Hear from you when you are ready.
Here is the final bit of Tony's report.
We spent two weeks at the anchorage taking only one or two trips ashore. There was nothing to see or to do. There was not a single bar, pub, or as far as I could see, even a restaurant or cafe. There was however a cinema of sorts, rather like a shed if I recall correctly. To obtain refreshments, suitable for seafarers it was necessary to obtain a licence. However, we did manage to overcome this little problem.
I could not guess what the delay was all about . Nobody talked about it, there was nothing to do but await orders.
Sailing orders arrived and RB1 comprising BOSTON, NEW YORK, YORKTOWN, NEW BEDFORD, PRESIDENT WARFIELD, NAUSHON, NORTHLAND, SOUTHLAND and VIRGINIA LEE sailed on September 21st. destination Londonderry.
There was no action known to me on 22nd and 23rd. but VIRGINIA LEE turned back to St. John's and on 24th. we were made aware of trouble to come.
On the afternoon of the 24th. while enjoying a drink with other off-duty officers I was called to the bridge.The Commodore in BOSTON was signalling. I picked up the Aldis lamp and acknowledged.The following signal was received: WE ARE BEING FOLLOWED EXPECT ATTACK TONIGHT.
I returned to the party and picked up my drink. someone said "What was the signal?" I related it verbatim. The party began to break up. Feeling slightly irritated, I said "What's the panic, nothing is going to happen till tonight. The party broke up anyway.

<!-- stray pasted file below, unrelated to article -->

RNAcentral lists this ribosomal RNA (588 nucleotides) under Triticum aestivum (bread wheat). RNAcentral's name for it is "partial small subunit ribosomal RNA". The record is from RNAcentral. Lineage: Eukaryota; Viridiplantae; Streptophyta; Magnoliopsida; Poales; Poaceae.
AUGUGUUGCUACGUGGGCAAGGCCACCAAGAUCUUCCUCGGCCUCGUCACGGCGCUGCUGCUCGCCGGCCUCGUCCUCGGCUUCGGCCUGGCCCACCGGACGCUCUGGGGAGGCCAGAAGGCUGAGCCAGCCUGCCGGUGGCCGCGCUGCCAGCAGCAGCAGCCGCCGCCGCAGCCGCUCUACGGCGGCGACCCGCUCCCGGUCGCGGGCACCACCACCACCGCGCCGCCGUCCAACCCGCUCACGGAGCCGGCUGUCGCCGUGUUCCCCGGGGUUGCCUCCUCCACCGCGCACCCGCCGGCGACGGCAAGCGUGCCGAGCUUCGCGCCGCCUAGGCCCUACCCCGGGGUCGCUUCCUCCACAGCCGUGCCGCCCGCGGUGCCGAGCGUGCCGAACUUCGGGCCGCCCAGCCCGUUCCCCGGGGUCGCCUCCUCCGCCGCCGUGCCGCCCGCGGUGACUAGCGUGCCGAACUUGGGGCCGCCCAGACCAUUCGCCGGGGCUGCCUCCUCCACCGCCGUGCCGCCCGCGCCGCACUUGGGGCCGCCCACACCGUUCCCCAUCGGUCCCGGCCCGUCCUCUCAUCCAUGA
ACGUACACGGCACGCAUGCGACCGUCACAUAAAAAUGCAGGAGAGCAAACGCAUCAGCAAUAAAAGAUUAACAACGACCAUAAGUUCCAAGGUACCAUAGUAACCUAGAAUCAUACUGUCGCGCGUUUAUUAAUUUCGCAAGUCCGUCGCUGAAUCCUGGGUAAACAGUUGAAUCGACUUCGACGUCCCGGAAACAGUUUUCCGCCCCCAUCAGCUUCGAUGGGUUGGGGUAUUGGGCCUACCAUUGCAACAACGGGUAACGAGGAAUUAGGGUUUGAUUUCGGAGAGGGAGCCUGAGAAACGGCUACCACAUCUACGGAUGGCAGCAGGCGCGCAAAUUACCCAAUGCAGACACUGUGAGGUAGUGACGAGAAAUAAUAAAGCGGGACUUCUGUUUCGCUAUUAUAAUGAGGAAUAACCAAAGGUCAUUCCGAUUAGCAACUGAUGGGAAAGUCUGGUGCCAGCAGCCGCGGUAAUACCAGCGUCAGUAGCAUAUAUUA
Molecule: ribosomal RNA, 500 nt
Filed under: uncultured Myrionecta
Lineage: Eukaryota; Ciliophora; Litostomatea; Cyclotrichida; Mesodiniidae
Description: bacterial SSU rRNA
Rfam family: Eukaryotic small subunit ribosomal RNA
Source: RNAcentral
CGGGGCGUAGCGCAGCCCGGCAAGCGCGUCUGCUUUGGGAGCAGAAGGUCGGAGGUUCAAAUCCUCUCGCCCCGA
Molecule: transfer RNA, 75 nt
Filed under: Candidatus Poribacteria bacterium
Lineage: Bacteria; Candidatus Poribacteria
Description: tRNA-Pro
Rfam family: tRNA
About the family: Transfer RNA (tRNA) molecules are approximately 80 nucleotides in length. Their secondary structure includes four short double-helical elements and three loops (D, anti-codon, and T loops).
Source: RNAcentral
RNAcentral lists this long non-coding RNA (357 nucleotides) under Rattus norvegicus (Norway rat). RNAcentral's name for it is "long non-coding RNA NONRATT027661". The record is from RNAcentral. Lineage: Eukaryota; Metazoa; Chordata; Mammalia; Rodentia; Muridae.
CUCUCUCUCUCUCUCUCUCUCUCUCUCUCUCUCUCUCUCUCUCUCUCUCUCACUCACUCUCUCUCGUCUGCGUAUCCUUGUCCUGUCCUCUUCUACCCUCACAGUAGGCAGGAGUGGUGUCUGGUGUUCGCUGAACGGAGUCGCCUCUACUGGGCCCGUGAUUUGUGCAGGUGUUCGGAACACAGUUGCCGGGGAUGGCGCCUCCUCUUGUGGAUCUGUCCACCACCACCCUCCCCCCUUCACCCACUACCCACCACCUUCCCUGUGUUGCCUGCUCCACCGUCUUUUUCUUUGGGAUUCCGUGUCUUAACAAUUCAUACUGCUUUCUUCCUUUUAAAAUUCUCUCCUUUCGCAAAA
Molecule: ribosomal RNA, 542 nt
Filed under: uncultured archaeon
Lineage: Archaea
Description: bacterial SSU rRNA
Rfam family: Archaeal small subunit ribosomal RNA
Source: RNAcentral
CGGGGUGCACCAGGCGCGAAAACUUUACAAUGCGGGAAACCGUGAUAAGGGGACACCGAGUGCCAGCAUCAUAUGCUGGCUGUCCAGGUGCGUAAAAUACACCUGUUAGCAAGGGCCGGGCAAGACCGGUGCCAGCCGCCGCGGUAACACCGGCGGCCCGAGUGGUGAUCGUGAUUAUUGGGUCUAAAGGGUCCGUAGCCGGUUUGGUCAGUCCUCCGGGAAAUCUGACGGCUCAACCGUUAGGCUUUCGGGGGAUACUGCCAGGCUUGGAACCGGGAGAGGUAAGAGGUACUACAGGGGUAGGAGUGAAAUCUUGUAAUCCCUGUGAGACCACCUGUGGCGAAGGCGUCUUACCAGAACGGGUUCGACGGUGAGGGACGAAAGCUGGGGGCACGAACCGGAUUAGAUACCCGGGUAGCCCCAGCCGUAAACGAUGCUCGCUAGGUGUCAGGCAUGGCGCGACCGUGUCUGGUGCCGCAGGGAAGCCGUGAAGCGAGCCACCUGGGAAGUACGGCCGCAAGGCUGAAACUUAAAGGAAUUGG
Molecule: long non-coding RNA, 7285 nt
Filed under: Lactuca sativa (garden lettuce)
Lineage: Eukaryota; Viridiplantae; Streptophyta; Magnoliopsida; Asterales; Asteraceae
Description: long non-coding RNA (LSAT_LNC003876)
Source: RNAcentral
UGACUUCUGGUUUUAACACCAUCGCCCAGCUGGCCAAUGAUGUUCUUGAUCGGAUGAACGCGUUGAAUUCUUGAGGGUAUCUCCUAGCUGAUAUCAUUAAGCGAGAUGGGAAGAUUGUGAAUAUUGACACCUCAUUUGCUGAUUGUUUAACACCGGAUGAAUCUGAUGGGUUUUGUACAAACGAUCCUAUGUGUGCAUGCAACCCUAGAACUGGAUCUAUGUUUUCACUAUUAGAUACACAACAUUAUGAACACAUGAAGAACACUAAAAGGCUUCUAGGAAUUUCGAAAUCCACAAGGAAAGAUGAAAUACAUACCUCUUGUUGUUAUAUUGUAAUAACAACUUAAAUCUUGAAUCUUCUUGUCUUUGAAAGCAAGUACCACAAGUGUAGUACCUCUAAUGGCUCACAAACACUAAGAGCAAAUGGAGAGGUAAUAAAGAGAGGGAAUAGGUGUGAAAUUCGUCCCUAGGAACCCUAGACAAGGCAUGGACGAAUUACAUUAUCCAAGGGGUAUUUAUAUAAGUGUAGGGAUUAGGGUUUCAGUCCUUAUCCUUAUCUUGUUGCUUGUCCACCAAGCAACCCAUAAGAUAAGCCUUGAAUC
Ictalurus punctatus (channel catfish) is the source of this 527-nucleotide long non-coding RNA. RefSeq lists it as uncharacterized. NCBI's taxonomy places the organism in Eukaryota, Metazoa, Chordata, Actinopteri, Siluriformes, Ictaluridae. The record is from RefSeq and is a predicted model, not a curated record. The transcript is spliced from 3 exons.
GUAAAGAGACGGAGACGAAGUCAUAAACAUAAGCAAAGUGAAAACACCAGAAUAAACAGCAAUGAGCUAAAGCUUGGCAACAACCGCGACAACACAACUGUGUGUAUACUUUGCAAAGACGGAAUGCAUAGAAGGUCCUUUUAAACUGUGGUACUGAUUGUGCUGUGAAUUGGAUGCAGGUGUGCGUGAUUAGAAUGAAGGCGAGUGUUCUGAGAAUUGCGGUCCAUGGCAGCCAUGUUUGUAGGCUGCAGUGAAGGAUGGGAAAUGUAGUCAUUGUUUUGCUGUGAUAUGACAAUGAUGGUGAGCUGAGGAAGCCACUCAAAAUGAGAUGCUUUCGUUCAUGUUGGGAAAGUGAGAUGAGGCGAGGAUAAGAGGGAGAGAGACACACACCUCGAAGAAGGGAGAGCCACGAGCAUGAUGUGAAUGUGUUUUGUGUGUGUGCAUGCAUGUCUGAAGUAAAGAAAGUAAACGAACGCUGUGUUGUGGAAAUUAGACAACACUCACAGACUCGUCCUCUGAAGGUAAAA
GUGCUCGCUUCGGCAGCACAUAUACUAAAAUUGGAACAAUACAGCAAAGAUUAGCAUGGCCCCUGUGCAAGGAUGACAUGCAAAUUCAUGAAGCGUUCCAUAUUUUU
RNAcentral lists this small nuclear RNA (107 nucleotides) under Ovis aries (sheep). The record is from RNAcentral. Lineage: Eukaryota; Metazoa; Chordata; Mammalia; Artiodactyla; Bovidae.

I decided to check my special life saving kit and concluded that it was a good idea as long as one had all day to put it on. I decided that the 3rd radio officer, a boy of 18 should not cover the night watch and arranged that midnight to 8 a.m. be covered by the 2nd radio officer, in peacetime a farmer from Madeley Cheshire, and myself.He agreed. In the event, the night passed,as far as we were concerned,without incident.
Around midday on the 25th I was below decks when when I heard a dull but loud explosion. As there was no message from the bridge, I decided to take a look. I observed that one of the two twin funnel ships was going down by the stern. There were already two lifeboats in the water and the ship, now known to be BOSTON was listing to starboard. About one minute later, the stays supporting one of the funnels, snapped and it fell overboard, close to, if not on top of the boats already there.
There was a great deal of gunfire from SOUTHLAND but as my view was obscured by the ship's superstructure, I could not see what we or the other ships were firing at. I returned to the radio office from where it was not possible to observe the action.